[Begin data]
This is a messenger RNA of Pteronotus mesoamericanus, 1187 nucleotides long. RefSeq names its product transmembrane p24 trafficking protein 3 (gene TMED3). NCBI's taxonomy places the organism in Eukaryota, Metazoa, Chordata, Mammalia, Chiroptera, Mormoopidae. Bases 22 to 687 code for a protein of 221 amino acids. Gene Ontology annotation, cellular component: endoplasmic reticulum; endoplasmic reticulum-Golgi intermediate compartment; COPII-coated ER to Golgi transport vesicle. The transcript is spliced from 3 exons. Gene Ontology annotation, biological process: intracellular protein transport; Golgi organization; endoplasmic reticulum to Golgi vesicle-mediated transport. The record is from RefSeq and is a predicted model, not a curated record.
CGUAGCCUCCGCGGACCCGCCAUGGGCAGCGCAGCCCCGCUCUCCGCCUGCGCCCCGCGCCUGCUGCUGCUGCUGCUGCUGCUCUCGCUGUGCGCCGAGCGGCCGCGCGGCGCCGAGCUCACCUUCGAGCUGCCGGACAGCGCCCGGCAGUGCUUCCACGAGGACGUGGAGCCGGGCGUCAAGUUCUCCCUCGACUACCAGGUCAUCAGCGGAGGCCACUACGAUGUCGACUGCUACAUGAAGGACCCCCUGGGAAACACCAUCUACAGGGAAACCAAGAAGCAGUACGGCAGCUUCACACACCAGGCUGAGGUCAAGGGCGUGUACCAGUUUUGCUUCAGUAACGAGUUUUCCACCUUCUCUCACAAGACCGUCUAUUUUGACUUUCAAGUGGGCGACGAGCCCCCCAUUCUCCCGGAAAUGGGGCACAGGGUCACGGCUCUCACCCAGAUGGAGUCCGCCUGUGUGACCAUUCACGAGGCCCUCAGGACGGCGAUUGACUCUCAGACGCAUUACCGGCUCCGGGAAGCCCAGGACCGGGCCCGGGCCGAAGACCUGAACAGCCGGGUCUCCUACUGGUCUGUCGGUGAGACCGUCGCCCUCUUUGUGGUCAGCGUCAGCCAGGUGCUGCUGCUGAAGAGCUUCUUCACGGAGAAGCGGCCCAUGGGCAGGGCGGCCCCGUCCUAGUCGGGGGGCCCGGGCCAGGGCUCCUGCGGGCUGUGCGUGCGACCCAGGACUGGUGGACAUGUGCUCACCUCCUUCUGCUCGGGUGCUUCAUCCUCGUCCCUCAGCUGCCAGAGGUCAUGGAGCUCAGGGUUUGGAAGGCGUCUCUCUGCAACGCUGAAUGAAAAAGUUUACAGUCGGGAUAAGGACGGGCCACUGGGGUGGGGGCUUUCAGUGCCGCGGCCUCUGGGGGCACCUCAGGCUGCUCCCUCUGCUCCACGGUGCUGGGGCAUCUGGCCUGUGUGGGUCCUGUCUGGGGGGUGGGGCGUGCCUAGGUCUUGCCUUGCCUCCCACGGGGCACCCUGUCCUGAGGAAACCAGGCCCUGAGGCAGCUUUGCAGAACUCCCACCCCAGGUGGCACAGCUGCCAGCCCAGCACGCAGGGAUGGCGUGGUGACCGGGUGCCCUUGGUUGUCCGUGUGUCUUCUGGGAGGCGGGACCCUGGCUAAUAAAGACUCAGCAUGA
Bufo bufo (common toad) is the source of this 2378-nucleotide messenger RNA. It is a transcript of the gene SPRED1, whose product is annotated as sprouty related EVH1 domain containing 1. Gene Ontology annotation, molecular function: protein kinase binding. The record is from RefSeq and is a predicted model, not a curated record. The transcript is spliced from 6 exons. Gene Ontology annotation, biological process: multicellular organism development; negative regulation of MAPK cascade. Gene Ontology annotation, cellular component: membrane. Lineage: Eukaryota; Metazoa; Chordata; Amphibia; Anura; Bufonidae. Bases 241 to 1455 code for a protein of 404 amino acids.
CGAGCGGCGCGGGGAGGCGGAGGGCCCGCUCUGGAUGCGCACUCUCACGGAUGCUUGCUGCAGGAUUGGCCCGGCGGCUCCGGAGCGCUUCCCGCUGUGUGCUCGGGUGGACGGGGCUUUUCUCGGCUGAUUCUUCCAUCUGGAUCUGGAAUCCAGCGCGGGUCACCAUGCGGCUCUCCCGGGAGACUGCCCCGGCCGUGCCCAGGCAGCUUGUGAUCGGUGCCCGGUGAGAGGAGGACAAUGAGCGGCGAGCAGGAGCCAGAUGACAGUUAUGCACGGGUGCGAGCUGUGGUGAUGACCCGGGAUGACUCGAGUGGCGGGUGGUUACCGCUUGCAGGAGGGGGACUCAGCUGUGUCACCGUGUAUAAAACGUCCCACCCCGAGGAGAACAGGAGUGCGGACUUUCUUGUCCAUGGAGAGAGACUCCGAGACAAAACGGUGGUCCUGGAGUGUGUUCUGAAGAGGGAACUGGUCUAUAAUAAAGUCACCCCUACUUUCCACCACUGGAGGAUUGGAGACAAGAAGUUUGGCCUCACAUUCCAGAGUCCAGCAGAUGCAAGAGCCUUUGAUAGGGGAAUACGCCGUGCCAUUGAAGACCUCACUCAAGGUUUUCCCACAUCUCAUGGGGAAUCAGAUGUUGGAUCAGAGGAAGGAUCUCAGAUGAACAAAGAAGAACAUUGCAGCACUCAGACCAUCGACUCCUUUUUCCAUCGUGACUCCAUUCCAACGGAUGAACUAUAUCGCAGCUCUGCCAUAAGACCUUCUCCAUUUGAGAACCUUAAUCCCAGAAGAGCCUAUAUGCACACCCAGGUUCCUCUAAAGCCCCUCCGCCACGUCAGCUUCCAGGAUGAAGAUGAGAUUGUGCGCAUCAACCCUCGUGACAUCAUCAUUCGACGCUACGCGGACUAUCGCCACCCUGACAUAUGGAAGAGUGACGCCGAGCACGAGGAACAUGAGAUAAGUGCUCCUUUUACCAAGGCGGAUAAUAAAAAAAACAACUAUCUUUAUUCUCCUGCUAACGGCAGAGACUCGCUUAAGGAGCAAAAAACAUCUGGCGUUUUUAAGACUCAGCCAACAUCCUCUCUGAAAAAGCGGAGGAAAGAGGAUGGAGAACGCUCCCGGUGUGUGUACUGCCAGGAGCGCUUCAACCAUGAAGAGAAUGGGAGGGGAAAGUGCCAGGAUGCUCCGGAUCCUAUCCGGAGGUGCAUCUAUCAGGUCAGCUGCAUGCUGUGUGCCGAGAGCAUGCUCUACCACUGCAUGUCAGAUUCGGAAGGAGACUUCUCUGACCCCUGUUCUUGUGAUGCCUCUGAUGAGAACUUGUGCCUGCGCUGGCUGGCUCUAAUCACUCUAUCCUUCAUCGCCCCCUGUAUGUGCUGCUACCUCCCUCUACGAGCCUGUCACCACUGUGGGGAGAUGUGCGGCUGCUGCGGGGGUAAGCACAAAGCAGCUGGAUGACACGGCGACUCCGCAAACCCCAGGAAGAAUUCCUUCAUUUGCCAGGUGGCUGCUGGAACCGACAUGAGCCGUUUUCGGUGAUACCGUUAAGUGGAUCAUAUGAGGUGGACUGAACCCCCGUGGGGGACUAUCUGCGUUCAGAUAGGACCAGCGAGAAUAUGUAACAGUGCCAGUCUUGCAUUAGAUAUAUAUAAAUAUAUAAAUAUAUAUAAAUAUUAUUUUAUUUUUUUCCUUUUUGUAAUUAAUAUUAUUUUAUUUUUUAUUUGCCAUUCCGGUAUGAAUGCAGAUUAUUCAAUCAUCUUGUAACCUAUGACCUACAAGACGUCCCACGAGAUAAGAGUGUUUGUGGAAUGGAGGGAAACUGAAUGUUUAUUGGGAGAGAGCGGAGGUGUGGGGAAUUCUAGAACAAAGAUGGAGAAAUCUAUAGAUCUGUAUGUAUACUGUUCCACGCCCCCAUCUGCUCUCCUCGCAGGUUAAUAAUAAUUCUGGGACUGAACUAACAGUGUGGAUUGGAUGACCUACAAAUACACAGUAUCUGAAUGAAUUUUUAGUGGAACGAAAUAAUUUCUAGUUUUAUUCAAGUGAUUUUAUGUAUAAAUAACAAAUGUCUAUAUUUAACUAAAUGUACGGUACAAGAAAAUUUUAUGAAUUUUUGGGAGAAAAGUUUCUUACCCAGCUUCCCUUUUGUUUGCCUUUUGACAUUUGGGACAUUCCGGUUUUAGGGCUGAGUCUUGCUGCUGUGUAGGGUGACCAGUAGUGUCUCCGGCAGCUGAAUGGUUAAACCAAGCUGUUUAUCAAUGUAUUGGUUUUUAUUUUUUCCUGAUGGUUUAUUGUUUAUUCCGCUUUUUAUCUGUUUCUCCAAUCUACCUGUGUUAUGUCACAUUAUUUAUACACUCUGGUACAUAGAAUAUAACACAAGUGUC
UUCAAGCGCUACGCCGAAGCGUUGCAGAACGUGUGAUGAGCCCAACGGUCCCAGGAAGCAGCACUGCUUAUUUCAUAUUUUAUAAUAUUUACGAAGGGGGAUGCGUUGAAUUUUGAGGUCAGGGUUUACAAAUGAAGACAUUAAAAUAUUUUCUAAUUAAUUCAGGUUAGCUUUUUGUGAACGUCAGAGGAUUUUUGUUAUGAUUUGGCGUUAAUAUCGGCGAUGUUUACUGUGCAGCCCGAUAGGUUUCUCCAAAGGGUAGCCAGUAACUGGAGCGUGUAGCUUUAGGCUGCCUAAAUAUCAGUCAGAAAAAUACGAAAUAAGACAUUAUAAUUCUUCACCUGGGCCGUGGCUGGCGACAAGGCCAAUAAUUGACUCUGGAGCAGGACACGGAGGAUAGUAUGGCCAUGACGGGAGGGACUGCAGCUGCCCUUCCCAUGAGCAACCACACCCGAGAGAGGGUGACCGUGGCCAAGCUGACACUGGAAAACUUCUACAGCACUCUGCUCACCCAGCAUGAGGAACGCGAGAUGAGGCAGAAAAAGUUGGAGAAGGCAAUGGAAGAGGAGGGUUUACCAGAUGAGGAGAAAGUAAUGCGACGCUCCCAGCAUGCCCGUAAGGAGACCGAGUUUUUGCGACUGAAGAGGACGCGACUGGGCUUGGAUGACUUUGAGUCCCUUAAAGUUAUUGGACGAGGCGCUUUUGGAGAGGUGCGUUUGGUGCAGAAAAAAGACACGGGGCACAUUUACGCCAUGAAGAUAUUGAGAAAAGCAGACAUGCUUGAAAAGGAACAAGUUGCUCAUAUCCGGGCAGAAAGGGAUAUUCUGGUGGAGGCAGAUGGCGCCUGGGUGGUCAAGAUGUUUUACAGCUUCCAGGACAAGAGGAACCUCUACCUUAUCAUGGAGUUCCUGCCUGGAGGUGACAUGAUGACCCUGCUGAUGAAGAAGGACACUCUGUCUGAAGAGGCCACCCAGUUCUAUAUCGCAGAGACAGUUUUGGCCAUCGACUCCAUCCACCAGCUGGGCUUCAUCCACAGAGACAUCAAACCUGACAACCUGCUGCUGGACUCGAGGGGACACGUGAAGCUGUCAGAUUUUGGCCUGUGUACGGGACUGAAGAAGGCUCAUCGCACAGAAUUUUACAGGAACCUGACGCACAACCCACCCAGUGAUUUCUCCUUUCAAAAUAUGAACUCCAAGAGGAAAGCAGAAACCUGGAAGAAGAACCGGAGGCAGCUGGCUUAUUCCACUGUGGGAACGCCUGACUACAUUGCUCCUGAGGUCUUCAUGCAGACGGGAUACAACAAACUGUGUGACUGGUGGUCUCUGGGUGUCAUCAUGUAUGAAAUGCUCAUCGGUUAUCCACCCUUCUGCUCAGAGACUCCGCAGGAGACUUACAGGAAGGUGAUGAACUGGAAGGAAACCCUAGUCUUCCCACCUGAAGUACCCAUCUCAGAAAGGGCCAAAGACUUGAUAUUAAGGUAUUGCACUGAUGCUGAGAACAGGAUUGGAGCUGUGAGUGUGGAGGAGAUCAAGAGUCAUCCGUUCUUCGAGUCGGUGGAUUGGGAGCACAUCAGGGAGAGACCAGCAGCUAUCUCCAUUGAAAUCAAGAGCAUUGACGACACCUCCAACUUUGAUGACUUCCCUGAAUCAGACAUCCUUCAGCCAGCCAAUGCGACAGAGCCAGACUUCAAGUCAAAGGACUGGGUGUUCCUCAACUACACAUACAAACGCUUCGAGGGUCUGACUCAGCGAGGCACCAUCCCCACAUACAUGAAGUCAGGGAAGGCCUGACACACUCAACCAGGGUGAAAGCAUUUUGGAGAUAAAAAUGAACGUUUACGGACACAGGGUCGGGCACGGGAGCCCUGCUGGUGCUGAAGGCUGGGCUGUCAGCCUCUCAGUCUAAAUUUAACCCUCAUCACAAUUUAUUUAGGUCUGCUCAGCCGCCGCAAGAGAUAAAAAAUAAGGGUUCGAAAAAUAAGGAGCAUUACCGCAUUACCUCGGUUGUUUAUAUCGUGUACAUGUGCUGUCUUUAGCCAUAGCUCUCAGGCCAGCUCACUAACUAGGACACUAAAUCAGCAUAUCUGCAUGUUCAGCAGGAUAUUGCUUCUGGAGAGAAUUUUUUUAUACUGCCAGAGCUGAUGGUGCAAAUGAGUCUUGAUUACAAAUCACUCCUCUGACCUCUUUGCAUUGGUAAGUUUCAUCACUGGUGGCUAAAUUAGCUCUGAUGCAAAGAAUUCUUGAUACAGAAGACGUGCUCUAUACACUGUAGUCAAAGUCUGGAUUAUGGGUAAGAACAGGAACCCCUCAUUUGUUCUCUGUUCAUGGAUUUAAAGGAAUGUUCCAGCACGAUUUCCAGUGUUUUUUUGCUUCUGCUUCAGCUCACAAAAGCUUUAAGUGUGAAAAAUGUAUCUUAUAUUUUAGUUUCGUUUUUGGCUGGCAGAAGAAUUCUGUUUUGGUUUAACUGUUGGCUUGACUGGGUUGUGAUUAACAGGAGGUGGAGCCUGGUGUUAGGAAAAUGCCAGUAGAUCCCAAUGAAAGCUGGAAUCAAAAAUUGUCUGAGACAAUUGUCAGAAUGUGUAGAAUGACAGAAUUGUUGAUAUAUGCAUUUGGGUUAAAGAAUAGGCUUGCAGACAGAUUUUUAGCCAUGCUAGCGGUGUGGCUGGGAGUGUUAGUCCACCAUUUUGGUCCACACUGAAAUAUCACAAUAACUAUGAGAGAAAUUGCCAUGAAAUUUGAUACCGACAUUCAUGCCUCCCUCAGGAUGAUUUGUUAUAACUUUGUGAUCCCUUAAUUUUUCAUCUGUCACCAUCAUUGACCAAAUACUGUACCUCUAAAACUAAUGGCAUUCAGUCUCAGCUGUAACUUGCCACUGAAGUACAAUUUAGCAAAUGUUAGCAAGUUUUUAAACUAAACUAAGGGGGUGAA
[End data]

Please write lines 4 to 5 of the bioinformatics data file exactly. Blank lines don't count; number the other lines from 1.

CGAGCGGCGCGGGGAGGCGGAGGGCCCGCUCUGGAUGCGCACUCUCACGGAUGCUUGCUGCAGGAUUGGCCCGGCGGCUCCGGAGCGCUUCCCGCUGUGUGCUCGGGUGGACGGGGCUUUUCUCGGCUGAUUCUUCCAUCUGGAUCUGGAAUCCAGCGCGGGUCACCAUGCGGCUCUCCCGGGAGACUGCCCCGGCCGUGCCCAGGCAGCUUGUGAUCGGUGCCCGGUGAGAGGAGGACAAUGAGCGGCGAGCAGGAGCCAGAUGACAGUUAUGCACGGGUGCGAGCUGUGGUGAUGACCCGGGAUGACUCGAGUGGCGGGUGGUUACCGCUUGCAGGAGGGGGACUCAGCUGUGUCACCGUGUAUAAAACGUCCCACCCCGAGGAGAACAGGAGUGCGGACUUUCUUGUCCAUGGAGAGAGACUCCGAGACAAAACGGUGGUCCUGGAGUGUGUUCUGAAGAGGGAACUGGUCUAUAAUAAAGUCACCCCUACUUUCCACCACUGGAGGAUUGGAGACAAGAAGUUUGGCCUCACAUUCCAGAGUCCAGCAGAUGCAAGAGCCUUUGAUAGGGGAAUACGCCGUGCCAUUGAAGACCUCACUCAAGGUUUUCCCACAUCUCAUGGGGAAUCAGAUGUUGGAUCAGAGGAAGGAUCUCAGAUGAACAAAGAAGAACAUUGCAGCACUCAGACCAUCGACUCCUUUUUCCAUCGUGACUCCAUUCCAACGGAUGAACUAUAUCGCAGCUCUGCCAUAAGACCUUCUCCAUUUGAGAACCUUAAUCCCAGAAGAGCCUAUAUGCACACCCAGGUUCCUCUAAAGCCCCUCCGCCACGUCAGCUUCCAGGAUGAAGAUGAGAUUGUGCGCAUCAACCCUCGUGACAUCAUCAUUCGACGCUACGCGGACUAUCGCCACCCUGACAUAUGGAAGAGUGACGCCGAGCACGAGGAACAUGAGAUAAGUGCUCCUUUUACCAAGGCGGAUAAUAAAAAAAACAACUAUCUUUAUUCUCCUGCUAACGGCAGAGACUCGCUUAAGGAGCAAAAAACAUCUGGCGUUUUUAAGACUCAGCCAACAUCCUCUCUGAAAAAGCGGAGGAAAGAGGAUGGAGAACGCUCCCGGUGUGUGUACUGCCAGGAGCGCUUCAACCAUGAAGAGAAUGGGAGGGGAAAGUGCCAGGAUGCUCCGGAUCCUAUCCGGAGGUGCAUCUAUCAGGUCAGCUGCAUGCUGUGUGCCGAGAGCAUGCUCUACCACUGCAUGUCAGAUUCGGAAGGAGACUUCUCUGACCCCUGUUCUUGUGAUGCCUCUGAUGAGAACUUGUGCCUGCGCUGGCUGGCUCUAAUCACUCUAUCCUUCAUCGCCCCCUGUAUGUGCUGCUACCUCCCUCUACGAGCCUGUCACCACUGUGGGGAGAUGUGCGGCUGCUGCGGGGGUAAGCACAAAGCAGCUGGAUGACACGGCGACUCCGCAAACCCCAGGAAGAAUUCCUUCAUUUGCCAGGUGGCUGCUGGAACCGACAUGAGCCGUUUUCGGUGAUACCGUUAAGUGGAUCAUAUGAGGUGGACUGAACCCCCGUGGGGGACUAUCUGCGUUCAGAUAGGACCAGCGAGAAUAUGUAACAGUGCCAGUCUUGCAUUAGAUAUAUAUAAAUAUAUAAAUAUAUAUAAAUAUUAUUUUAUUUUUUUCCUUUUUGUAAUUAAUAUUAUUUUAUUUUUUAUUUGCCAUUCCGGUAUGAAUGCAGAUUAUUCAAUCAUCUUGUAACCUAUGACCUACAAGACGUCCCACGAGAUAAGAGUGUUUGUGGAAUGGAGGGAAACUGAAUGUUUAUUGGGAGAGAGCGGAGGUGUGGGGAAUUCUAGAACAAAGAUGGAGAAAUCUAUAGAUCUGUAUGUAUACUGUUCCACGCCCCCAUCUGCUCUCCUCGCAGGUUAAUAAUAAUUCUGGGACUGAACUAACAGUGUGGAUUGGAUGACCUACAAAUACACAGUAUCUGAAUGAAUUUUUAGUGGAACGAAAUAAUUUCUAGUUUUAUUCAAGUGAUUUUAUGUAUAAAUAACAAAUGUCUAUAUUUAACUAAAUGUACGGUACAAGAAAAUUUUAUGAAUUUUUGGGAGAAAAGUUUCUUACCCAGCUUCCCUUUUGUUUGCCUUUUGACAUUUGGGACAUUCCGGUUUUAGGGCUGAGUCUUGCUGCUGUGUAGGGUGACCAGUAGUGUCUCCGGCAGCUGAAUGGUUAAACCAAGCUGUUUAUCAAUGUAUUGGUUUUUAUUUUUUCCUGAUGGUUUAUUGUUUAUUCCGCUUUUUAUCUGUUUCUCCAAUCUACCUGUGUUAUGUCACAUUAUUUAUACACUCUGGUACAUAGAAUAUAACACAAGUGUC
UUCAAGCGCUACGCCGAAGCGUUGCAGAACGUGUGAUGAGCCCAACGGUCCCAGGAAGCAGCACUGCUUAUUUCAUAUUUUAUAAUAUUUACGAAGGGGGAUGCGUUGAAUUUUGAGGUCAGGGUUUACAAAUGAAGACAUUAAAAUAUUUUCUAAUUAAUUCAGGUUAGCUUUUUGUGAACGUCAGAGGAUUUUUGUUAUGAUUUGGCGUUAAUAUCGGCGAUGUUUACUGUGCAGCCCGAUAGGUUUCUCCAAAGGGUAGCCAGUAACUGGAGCGUGUAGCUUUAGGCUGCCUAAAUAUCAGUCAGAAAAAUACGAAAUAAGACAUUAUAAUUCUUCACCUGGGCCGUGGCUGGCGACAAGGCCAAUAAUUGACUCUGGAGCAGGACACGGAGGAUAGUAUGGCCAUGACGGGAGGGACUGCAGCUGCCCUUCCCAUGAGCAACCACACCCGAGAGAGGGUGACCGUGGCCAAGCUGACACUGGAAAACUUCUACAGCACUCUGCUCACCCAGCAUGAGGAACGCGAGAUGAGGCAGAAAAAGUUGGAGAAGGCAAUGGAAGAGGAGGGUUUACCAGAUGAGGAGAAAGUAAUGCGACGCUCCCAGCAUGCCCGUAAGGAGACCGAGUUUUUGCGACUGAAGAGGACGCGACUGGGCUUGGAUGACUUUGAGUCCCUUAAAGUUAUUGGACGAGGCGCUUUUGGAGAGGUGCGUUUGGUGCAGAAAAAAGACACGGGGCACAUUUACGCCAUGAAGAUAUUGAGAAAAGCAGACAUGCUUGAAAAGGAACAAGUUGCUCAUAUCCGGGCAGAAAGGGAUAUUCUGGUGGAGGCAGAUGGCGCCUGGGUGGUCAAGAUGUUUUACAGCUUCCAGGACAAGAGGAACCUCUACCUUAUCAUGGAGUUCCUGCCUGGAGGUGACAUGAUGACCCUGCUGAUGAAGAAGGACACUCUGUCUGAAGAGGCCACCCAGUUCUAUAUCGCAGAGACAGUUUUGGCCAUCGACUCCAUCCACCAGCUGGGCUUCAUCCACAGAGACAUCAAACCUGACAACCUGCUGCUGGACUCGAGGGGACACGUGAAGCUGUCAGAUUUUGGCCUGUGUACGGGACUGAAGAAGGCUCAUCGCACAGAAUUUUACAGGAACCUGACGCACAACCCACCCAGUGAUUUCUCCUUUCAAAAUAUGAACUCCAAGAGGAAAGCAGAAACCUGGAAGAAGAACCGGAGGCAGCUGGCUUAUUCCACUGUGGGAACGCCUGACUACAUUGCUCCUGAGGUCUUCAUGCAGACGGGAUACAACAAACUGUGUGACUGGUGGUCUCUGGGUGUCAUCAUGUAUGAAAUGCUCAUCGGUUAUCCACCCUUCUGCUCAGAGACUCCGCAGGAGACUUACAGGAAGGUGAUGAACUGGAAGGAAACCCUAGUCUUCCCACCUGAAGUACCCAUCUCAGAAAGGGCCAAAGACUUGAUAUUAAGGUAUUGCACUGAUGCUGAGAACAGGAUUGGAGCUGUGAGUGUGGAGGAGAUCAAGAGUCAUCCGUUCUUCGAGUCGGUGGAUUGGGAGCACAUCAGGGAGAGACCAGCAGCUAUCUCCAUUGAAAUCAAGAGCAUUGACGACACCUCCAACUUUGAUGACUUCCCUGAAUCAGACAUCCUUCAGCCAGCCAAUGCGACAGAGCCAGACUUCAAGUCAAAGGACUGGGUGUUCCUCAACUACACAUACAAACGCUUCGAGGGUCUGACUCAGCGAGGCACCAUCCCCACAUACAUGAAGUCAGGGAAGGCCUGACACACUCAACCAGGGUGAAAGCAUUUUGGAGAUAAAAAUGAACGUUUACGGACACAGGGUCGGGCACGGGAGCCCUGCUGGUGCUGAAGGCUGGGCUGUCAGCCUCUCAGUCUAAAUUUAACCCUCAUCACAAUUUAUUUAGGUCUGCUCAGCCGCCGCAAGAGAUAAAAAAUAAGGGUUCGAAAAAUAAGGAGCAUUACCGCAUUACCUCGGUUGUUUAUAUCGUGUACAUGUGCUGUCUUUAGCCAUAGCUCUCAGGCCAGCUCACUAACUAGGACACUAAAUCAGCAUAUCUGCAUGUUCAGCAGGAUAUUGCUUCUGGAGAGAAUUUUUUUAUACUGCCAGAGCUGAUGGUGCAAAUGAGUCUUGAUUACAAAUCACUCCUCUGACCUCUUUGCAUUGGUAAGUUUCAUCACUGGUGGCUAAAUUAGCUCUGAUGCAAAGAAUUCUUGAUACAGAAGACGUGCUCUAUACACUGUAGUCAAAGUCUGGAUUAUGGGUAAGAACAGGAACCCCUCAUUUGUUCUCUGUUCAUGGAUUUAAAGGAAUGUUCCAGCACGAUUUCCAGUGUUUUUUUGCUUCUGCUUCAGCUCACAAAAGCUUUAAGUGUGAAAAAUGUAUCUUAUAUUUUAGUUUCGUUUUUGGCUGGCAGAAGAAUUCUGUUUUGGUUUAACUGUUGGCUUGACUGGGUUGUGAUUAACAGGAGGUGGAGCCUGGUGUUAGGAAAAUGCCAGUAGAUCCCAAUGAAAGCUGGAAUCAAAAAUUGUCUGAGACAAUUGUCAGAAUGUGUAGAAUGACAGAAUUGUUGAUAUAUGCAUUUGGGUUAAAGAAUAGGCUUGCAGACAGAUUUUUAGCCAUGCUAGCGGUGUGGCUGGGAGUGUUAGUCCACCAUUUUGGUCCACACUGAAAUAUCACAAUAACUAUGAGAGAAAUUGCCAUGAAAUUUGAUACCGACAUUCAUGCCUCCCUCAGGAUGAUUUGUUAUAACUUUGUGAUCCCUUAAUUUUUCAUCUGUCACCAUCAUUGACCAAAUACUGUACCUCUAAAACUAAUGGCAUUCAGUCUCAGCUGUAACUUGCCACUGAAGUACAAUUUAGCAAAUGUUAGCAAGUUUUUAAACUAAACUAAGGGGGUGAA